sun 25/08/2019

DVD: Le Havre | reviews, news & interviews

DVD: Le Havre

DVD: Le Havre

Reality and the hyper-real combine in Aki Kaurismäki’s tribute to tolerance, redemption and goodness

Le Havre: Idrissa (Blondin Miguel) and his moody friend take a turn at Marcel Marx's shoe shine stand

You’d have to have a heart of coal not to be moved by Aki Kaurismäki’s celebration of tolerance, redemption and the goodness that people can do. Le Havre isn’t quite It a Wonderful Life, but it’s not far short. The sensitivity with which the Finnish – now resident in France – director brings together unlikely elements makes him more than a humanist and takes him further into the political than any of his previous films.

Le Havre DVDLe Havre is the story of shoe-shine man Marcel Marx (an impressively ragged but still noble André Wilms). He scrapes a living in Le Havre, where the real focus of his life is Arletty, his wife (the wonderful Kati Outinen, named here after the French singer/actress). A freight container arriving at the dock turns out to have contained illegal immigrants from Africa. The police snare them but one, a boy, escapes and comes into Marx’s orbit. Arletty has become ill and is in hospital. Marx takes the boy in and gives him sanctuary. As Idrissa, Blondin Miguel shines. The voyage through this world takes in the search for Idrissa’s family and the support network of those local and close to Marx (including, eventually, the police).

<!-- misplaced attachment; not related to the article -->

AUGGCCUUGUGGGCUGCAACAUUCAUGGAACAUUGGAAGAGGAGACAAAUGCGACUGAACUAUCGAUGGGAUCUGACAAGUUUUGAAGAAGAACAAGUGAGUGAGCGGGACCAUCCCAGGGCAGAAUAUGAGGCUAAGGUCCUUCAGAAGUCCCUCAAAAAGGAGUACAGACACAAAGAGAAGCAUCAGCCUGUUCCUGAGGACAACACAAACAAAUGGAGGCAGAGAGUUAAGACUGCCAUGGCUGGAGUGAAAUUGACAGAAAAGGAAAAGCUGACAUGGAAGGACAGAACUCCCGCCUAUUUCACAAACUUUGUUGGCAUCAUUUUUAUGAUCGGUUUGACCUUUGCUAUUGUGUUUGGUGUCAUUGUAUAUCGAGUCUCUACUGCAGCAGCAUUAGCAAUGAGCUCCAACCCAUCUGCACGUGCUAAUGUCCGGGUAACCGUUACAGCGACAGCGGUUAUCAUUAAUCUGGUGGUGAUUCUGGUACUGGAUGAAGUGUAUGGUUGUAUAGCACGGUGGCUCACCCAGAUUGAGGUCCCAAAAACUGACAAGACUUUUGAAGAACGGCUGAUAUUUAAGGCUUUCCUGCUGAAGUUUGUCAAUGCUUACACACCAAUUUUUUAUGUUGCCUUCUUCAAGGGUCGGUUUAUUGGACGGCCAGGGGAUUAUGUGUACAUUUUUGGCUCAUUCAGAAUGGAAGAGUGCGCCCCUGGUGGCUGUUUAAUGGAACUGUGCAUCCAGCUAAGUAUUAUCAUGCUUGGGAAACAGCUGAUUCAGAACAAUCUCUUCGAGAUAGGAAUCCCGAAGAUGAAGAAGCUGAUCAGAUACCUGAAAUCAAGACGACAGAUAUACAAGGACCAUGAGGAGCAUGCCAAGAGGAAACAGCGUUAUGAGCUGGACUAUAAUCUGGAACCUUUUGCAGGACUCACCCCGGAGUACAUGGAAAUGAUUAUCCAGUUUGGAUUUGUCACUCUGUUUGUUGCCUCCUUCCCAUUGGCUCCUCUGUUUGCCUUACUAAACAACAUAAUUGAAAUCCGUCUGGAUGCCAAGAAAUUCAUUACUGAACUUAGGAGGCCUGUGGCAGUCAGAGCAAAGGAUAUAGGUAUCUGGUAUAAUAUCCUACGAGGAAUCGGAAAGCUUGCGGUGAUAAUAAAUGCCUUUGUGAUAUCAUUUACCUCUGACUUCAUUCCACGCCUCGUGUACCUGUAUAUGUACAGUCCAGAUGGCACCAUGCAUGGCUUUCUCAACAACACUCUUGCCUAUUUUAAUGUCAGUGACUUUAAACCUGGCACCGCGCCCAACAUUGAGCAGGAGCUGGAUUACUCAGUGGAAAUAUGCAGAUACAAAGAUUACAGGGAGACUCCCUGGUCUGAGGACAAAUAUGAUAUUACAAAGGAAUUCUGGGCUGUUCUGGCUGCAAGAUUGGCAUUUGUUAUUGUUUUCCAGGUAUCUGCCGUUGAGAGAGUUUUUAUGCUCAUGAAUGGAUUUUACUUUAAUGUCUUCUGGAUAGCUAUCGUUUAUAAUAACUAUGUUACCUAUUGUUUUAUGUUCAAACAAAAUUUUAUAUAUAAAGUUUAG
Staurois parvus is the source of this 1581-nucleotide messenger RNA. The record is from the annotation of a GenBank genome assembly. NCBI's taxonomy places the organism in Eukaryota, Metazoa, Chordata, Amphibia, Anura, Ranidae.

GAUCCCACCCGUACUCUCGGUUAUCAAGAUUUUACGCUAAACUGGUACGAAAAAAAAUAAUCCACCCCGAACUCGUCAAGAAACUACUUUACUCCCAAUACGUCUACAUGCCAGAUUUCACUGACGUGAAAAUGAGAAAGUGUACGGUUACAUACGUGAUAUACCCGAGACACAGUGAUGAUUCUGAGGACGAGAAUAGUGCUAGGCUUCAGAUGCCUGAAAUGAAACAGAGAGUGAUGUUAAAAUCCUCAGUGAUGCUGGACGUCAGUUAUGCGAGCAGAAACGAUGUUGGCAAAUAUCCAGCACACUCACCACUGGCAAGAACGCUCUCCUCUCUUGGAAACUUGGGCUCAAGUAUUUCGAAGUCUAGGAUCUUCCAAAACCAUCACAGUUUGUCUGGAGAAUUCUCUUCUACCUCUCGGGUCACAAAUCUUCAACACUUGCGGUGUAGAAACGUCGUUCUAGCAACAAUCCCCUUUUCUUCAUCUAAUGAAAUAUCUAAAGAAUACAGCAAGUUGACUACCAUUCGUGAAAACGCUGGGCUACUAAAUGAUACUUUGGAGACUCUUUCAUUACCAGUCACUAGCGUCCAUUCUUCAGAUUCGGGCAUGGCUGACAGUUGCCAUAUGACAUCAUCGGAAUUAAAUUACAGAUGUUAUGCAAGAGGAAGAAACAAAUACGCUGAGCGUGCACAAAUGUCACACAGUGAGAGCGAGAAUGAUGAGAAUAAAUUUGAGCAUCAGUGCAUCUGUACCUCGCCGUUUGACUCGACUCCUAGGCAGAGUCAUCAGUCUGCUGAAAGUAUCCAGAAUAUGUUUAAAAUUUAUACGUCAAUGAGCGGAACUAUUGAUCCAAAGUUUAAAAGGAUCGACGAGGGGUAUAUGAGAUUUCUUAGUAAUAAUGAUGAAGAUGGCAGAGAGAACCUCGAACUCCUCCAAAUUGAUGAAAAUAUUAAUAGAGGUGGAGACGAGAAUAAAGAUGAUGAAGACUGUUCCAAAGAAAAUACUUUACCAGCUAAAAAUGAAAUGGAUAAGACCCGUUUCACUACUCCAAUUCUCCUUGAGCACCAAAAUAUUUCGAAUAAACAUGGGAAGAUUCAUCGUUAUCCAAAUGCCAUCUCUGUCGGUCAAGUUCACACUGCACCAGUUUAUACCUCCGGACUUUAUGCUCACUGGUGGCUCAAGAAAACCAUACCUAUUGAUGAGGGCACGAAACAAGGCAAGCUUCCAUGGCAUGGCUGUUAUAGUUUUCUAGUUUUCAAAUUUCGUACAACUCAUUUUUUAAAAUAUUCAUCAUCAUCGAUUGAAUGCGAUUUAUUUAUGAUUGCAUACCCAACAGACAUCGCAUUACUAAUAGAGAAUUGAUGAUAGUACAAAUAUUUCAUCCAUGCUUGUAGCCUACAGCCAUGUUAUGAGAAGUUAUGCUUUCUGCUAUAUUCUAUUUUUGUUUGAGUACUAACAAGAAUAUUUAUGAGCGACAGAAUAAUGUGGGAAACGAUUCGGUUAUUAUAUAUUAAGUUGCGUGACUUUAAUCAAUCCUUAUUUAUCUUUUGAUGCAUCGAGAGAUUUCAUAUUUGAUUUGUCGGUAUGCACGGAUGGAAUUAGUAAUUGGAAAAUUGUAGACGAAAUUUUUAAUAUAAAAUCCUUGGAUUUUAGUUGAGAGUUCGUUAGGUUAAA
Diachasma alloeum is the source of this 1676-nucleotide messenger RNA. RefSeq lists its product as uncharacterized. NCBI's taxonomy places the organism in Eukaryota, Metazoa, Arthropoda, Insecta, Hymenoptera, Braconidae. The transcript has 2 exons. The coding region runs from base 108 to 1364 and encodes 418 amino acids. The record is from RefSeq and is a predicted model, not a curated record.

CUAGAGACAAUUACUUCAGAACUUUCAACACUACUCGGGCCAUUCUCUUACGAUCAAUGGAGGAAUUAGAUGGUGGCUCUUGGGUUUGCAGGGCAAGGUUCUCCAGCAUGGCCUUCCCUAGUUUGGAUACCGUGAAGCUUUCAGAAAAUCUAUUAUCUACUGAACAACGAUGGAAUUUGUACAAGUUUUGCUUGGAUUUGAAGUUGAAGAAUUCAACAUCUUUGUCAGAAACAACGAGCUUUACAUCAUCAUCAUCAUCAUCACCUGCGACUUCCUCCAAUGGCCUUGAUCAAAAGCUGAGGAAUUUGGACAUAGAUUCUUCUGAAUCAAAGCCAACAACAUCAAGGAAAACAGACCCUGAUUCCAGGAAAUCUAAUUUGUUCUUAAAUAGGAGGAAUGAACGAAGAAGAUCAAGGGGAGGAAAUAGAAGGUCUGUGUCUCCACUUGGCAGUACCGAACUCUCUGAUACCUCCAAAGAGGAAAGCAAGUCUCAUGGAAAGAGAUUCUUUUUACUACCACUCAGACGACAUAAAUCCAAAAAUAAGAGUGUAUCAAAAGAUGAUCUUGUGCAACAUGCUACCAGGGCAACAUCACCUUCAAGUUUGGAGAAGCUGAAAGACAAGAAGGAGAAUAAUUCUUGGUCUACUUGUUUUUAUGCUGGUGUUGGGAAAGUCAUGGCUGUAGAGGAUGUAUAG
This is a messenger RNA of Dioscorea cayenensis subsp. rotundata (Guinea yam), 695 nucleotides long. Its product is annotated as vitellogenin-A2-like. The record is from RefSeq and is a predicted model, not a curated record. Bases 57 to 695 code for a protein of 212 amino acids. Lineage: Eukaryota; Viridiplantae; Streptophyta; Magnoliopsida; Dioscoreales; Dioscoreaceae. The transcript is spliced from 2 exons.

What prevents Le Havre from being the mawk-fest it could have been (orphan boy get rescued or some such) with such a minimum of actual substance is the reality brought to something so clearly hyper-real. Colours and lighting are just beyond the edge of the normal. The matter of fact tone throughout is recognisably Kaurismäki’s, but what could be a fairy tale or an homage to Marcel Carné (specifically the Le Havre-filmed Le Quai des Brumes) is grounded by the day-to-day. Equally recognisable are a raft of Kaurismäkian elements. He has filmed in French before with 1992’s La Vie de Bohème, which also featured Wilms as the same character. Outinen is a regular in his films. There is a moody dog too. His beloved rock ‘n’ roll is incorporated: in this case in the form of the (actually) legendary Little Bob Story, who also acts. The present is rooted in and is indivisible from the past.

The extras on the DVD include interviews with Wilms and Jean-Pierre Darroussin (the film's policeman), and the chance to watch Little Bob’s live performances on their own. Le Havre arrived seven hears after his last full-length film, 2006’s Lights in the Dusk. Let’s hope Le Havre has inspired Kaurismäki to make his next film with rather more haste.

Watch Little Bob performing in Le Havre


 

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